I had a very interesting conversation with a buddy last week about my thoughts on him pulling his retirement money (401K, and IRA) out of stock mutual funds and instead investing his money in “money market” or “bond funds” (still within his retirement accounts).
I told him I didn’t think it was a very good idea. The following is my opinion on whyI believe trying to “time” the stock market with your retirement accounts (by getting out and getting back in the stock market) is not a good idea.
The Stock Market is “Mostly” Efficient:
I am a firm believer in market efficiency. In other words, I believe that all available positive and negative information (news, press releases, gossip, etc.) is nearly instantaneously reflected in the prices which make up the stock market. I also extend this belief to include any information that can be gleaned from pouring over charts of various companies and industries The only possible exception to my belief in market efficiency is “insider information” that has not been publicly released (although I believe most of this information is reflected in current stock market prices too).
For example, there is a myth that oil is more expensive in the winter than it is in the summer because demand is higher with the use of home heating oil in the Northeast. If this were true then people would buy oil contracts in the summer time allowing them to sell the oil in the winter causing the opportunity to make a quick buck with oil to almost instantaneously equalize.
With this personal belief in mind, I’ll now go back to my buddy’s question about pulling his 401k savings out of stocks and put them into cash or bond funds.
You remember that a couple of weeks ago, the stock market dropped significantly the Monday following Standard and Poor’s downgrade of United State’s Debt Rating. My buddy was convinced that the stock market was going to collapse and the Dow was going to free fall to under 9,000 points and he was leaning towards pulling his money out that day.
I advised him not to because mutual funds trades (unlike individual stocks and Electronically Traded Funds ETF) did not process until the close of the trading day (4pm Eastern Time). A tried to explain to him that by the close of the day (6 hours from when he wanted to sell) all of the negative information surrounding the debt downgrade, European Debt Crisis, etc, would already be reflected in the stock market prices when his stock mutual funds were unloaded. In other words, the stock market would be “neutral” again and whatever happened the next day was anyone’s guess. There may be more bad news coming out the next day, or they may be some good news that comes out. YOU JUST NEVER KNOW!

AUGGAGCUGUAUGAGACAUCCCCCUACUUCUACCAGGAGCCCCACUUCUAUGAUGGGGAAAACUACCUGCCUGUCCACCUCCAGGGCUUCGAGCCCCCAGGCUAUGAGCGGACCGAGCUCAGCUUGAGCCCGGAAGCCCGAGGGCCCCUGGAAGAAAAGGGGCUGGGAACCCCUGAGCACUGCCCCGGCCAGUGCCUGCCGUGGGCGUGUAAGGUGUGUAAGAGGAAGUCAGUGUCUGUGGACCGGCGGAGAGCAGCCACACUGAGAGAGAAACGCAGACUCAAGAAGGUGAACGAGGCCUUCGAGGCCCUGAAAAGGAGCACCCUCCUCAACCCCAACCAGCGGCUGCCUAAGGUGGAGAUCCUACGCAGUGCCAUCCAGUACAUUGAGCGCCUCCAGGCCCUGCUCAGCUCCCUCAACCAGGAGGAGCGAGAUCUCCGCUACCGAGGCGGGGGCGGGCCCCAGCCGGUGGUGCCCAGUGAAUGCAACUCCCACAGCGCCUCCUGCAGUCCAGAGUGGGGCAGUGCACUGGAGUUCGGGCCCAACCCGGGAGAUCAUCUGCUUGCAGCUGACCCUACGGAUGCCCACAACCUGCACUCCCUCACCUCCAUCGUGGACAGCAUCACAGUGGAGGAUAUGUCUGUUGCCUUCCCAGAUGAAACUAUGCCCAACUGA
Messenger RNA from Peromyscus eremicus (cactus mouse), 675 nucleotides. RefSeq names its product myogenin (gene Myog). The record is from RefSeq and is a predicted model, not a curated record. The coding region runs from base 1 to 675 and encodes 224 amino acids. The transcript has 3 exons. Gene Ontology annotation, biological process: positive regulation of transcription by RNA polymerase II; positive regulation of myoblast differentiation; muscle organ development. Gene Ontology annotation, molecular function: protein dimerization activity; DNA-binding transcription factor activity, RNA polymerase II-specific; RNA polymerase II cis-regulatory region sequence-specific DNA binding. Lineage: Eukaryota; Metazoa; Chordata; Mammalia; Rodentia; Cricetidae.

As it was, my buddy decided to follow through with cashing out the stock mutual funds in his retirement accounts (closed at the end of the business day on Monday), only to have the stock market roar back nearly 5% the next day.
Yes, there will always be stories of our buddies who were successfully able to predict the economic collapse of 2008, or the Internet Bubble of 2000, but the reality is (I personally believe) that these individuals were just lucky. But they’ll never tell you about the times they stalled in getting back into the market before it had already gone up a significant amount. You can’t consistently time the market as an average investor and get superior returns, even professional investors fail to consistently beat the market.
In case you don’t believe me, look at the performance of actively managed mutual funds. When compared to the benchmark averages (sometimes referred to “Lipper Averages“), more than 60% of actively managed stock mutual funds fail to outperform their segment indexes (in other words, if a mutual fund targets the oil and gas industry, you’ll do better just buying an index fund targeting the entire oil and gas industry rather than buying an actively managed mutual fund that targeted only the “best” companies within the oil and gas industry).
That’s my opinion on trying to time the stock market, as always, I welcome your comments below! Thanks!
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